Aruba is an exciting place where millions visit each year as tourists. It is attractive to many to consider the idea of studying in Aruba because you could be surrounded by the beautiful environment and culture 365 days per year while getting your degree. The medical and science fields are very popular in Aruba due to the cultural need for good doctors to study and live in Aruba, as well as the world need for physicians and clinical practitioners all over the globe. Some stay in the area after graduation and practice their craft there, while others opt to go to where the need is elsewhere. In addition to the rich educational opportunities, the culture is steeped in tradition and bountiful. There are yearly carnivals and prestigious events which occur each year that Arubans love to take part in. Everything about the country is rich in heritage and is artistic in the extreme. The people are a family group who want to help each other and they welcome visitors any time of the year. Students can gain a rich experience in culture of another country while learning skills in their chosen profession. Aruba is considered safe to work and live there but you are advised not to leave cars or valuables unattended, especially near the beach. People wanting to stay, live, and work in Aruba must obtain a work permit. Students are not allowed to work while in school, without a work permit and recommendations from their educational institution and references. The process to get into Aruba is strict, but once there you will gain a rich background of experiences you will remember for a lifetime.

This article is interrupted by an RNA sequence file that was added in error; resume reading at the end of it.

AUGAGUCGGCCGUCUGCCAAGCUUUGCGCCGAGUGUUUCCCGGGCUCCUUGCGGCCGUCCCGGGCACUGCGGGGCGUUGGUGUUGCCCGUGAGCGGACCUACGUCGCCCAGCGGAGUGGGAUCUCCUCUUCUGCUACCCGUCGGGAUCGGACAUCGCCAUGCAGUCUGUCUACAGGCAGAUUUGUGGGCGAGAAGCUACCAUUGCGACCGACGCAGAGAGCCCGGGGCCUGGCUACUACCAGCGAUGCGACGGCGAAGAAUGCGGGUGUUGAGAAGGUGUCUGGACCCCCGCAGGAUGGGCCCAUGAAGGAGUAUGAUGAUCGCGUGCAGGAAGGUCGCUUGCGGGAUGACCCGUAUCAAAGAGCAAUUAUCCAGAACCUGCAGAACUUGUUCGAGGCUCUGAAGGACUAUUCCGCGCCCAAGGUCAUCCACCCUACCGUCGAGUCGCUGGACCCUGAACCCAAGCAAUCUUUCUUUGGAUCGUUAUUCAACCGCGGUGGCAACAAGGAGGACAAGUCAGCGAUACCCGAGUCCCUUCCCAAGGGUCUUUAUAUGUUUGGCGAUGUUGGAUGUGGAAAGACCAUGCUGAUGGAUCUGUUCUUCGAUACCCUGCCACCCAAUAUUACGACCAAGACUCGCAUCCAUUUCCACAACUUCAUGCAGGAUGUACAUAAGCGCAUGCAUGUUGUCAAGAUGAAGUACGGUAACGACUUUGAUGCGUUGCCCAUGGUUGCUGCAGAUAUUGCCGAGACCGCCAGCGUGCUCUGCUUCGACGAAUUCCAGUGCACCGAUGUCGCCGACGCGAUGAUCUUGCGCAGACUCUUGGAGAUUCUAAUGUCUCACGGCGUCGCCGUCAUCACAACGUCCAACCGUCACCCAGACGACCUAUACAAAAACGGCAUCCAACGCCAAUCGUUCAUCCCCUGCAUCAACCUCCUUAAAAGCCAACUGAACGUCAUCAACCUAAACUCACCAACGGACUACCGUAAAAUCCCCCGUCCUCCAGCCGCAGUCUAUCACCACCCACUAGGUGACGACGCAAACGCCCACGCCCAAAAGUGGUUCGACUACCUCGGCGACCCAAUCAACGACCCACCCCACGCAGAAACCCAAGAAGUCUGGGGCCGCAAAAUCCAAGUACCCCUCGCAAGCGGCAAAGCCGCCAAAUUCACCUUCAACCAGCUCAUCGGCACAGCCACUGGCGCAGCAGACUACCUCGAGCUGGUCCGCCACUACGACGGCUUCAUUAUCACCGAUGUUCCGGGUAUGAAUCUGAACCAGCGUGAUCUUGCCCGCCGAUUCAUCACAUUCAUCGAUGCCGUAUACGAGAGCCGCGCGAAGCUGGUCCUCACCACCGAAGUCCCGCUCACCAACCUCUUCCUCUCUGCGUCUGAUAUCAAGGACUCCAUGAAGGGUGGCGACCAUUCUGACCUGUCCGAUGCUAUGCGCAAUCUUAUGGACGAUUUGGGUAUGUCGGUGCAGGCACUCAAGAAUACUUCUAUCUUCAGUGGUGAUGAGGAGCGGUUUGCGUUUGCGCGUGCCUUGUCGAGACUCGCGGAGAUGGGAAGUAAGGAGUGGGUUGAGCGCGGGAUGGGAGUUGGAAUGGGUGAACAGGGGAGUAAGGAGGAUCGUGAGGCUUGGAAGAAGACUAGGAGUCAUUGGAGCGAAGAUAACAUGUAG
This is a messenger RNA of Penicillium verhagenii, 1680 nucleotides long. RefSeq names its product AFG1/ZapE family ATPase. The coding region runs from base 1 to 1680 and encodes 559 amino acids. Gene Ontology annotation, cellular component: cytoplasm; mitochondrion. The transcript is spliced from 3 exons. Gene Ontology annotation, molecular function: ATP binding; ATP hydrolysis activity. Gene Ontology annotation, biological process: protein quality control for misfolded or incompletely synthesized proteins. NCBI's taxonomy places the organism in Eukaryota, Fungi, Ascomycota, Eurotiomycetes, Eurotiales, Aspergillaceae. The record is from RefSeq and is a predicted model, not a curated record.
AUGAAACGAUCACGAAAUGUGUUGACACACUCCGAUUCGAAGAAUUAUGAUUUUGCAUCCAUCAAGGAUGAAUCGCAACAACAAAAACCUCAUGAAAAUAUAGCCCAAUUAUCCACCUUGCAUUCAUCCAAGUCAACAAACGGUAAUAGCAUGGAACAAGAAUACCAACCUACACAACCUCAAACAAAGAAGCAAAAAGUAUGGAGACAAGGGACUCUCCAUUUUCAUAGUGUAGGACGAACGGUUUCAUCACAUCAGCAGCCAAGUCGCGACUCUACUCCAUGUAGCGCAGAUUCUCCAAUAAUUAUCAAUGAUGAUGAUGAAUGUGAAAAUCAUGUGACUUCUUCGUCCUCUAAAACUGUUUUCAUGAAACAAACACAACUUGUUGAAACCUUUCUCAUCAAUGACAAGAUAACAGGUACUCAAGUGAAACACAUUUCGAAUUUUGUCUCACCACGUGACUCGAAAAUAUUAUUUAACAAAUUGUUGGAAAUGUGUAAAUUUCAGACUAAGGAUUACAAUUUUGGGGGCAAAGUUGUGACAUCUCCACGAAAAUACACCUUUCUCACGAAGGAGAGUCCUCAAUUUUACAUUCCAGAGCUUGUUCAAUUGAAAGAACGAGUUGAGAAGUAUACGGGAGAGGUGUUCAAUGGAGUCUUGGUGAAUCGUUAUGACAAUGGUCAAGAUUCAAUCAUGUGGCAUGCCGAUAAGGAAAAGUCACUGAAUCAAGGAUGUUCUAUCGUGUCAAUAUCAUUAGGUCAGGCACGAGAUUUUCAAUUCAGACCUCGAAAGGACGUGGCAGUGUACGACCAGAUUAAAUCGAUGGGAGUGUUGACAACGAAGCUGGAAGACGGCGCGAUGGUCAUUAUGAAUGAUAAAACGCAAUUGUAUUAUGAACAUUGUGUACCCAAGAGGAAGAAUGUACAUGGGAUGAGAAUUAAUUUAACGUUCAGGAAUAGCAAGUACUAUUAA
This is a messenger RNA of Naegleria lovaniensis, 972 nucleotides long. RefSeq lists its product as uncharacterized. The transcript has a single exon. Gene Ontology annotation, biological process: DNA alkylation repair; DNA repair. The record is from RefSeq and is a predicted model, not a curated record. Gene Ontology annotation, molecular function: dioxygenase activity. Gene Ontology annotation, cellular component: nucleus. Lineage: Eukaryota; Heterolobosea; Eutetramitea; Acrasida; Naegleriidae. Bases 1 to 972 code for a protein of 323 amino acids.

Aruba is a 33-kilometer-long (20 mi) island of the Lesser Antilles in the southern Caribbean Sea, located 27 km (17 mi) north of the coast of Venezuela. Collectively, Aruba and the other Dutch islands in the Antilles are commonly referred to as the Dutch Antilles. Unlike much of the Caribbean region, Aruba has a dry climate and an arid, cactus-strewn landscape. This climate has helped tourism as visitors to the island can reliably expect warm and sunny weather.
The population is around 100,000 at the latest census and the country is filled with activities all year long. Rich in cultural history, it is an exciting place to visit or study in, as it brings millions of visitors per year to its unique setting.
Essential Facts about Aruba
- Official language is Dutch; but many Arubans speak English and Spanish also, interchangeably
- Currency is the Aruba "florin"
- Economy fluctuates with the US dollar
- Pleasant climate except for spring and summer tropical winds
- Government is a Parliamentary Democracy; terms for 4 years
- Time zone is Atlantic Standard Time year round
There is little variation in the climate in Aruba from its yearly average of a sunny 81° F or 27°C with northeasterly trade winds. It is outside the range of the Caribbean hurricanes so it is in a good location and away from most catastrophic storms. It is in the tropics and is usually windy but pleasant with many sunny days. People who enjoy the weather of the tropics and the occasional rainstorm would love the climate in Aruba.
Religion in Aruba
The predominant religion of Aruba is Roman Catholic, with 83% of Arubans practicing this religion. Many other religions are also practiced but the Muslim and Islamic religions are virtually unheard of, with less than .3% professing to be Muslim. In addition to the mainstream religions, Arubans are largely superstitious, with some of their beliefs going back to the ancient beliefs of their ancestors. But this is the minority of beliefs in general.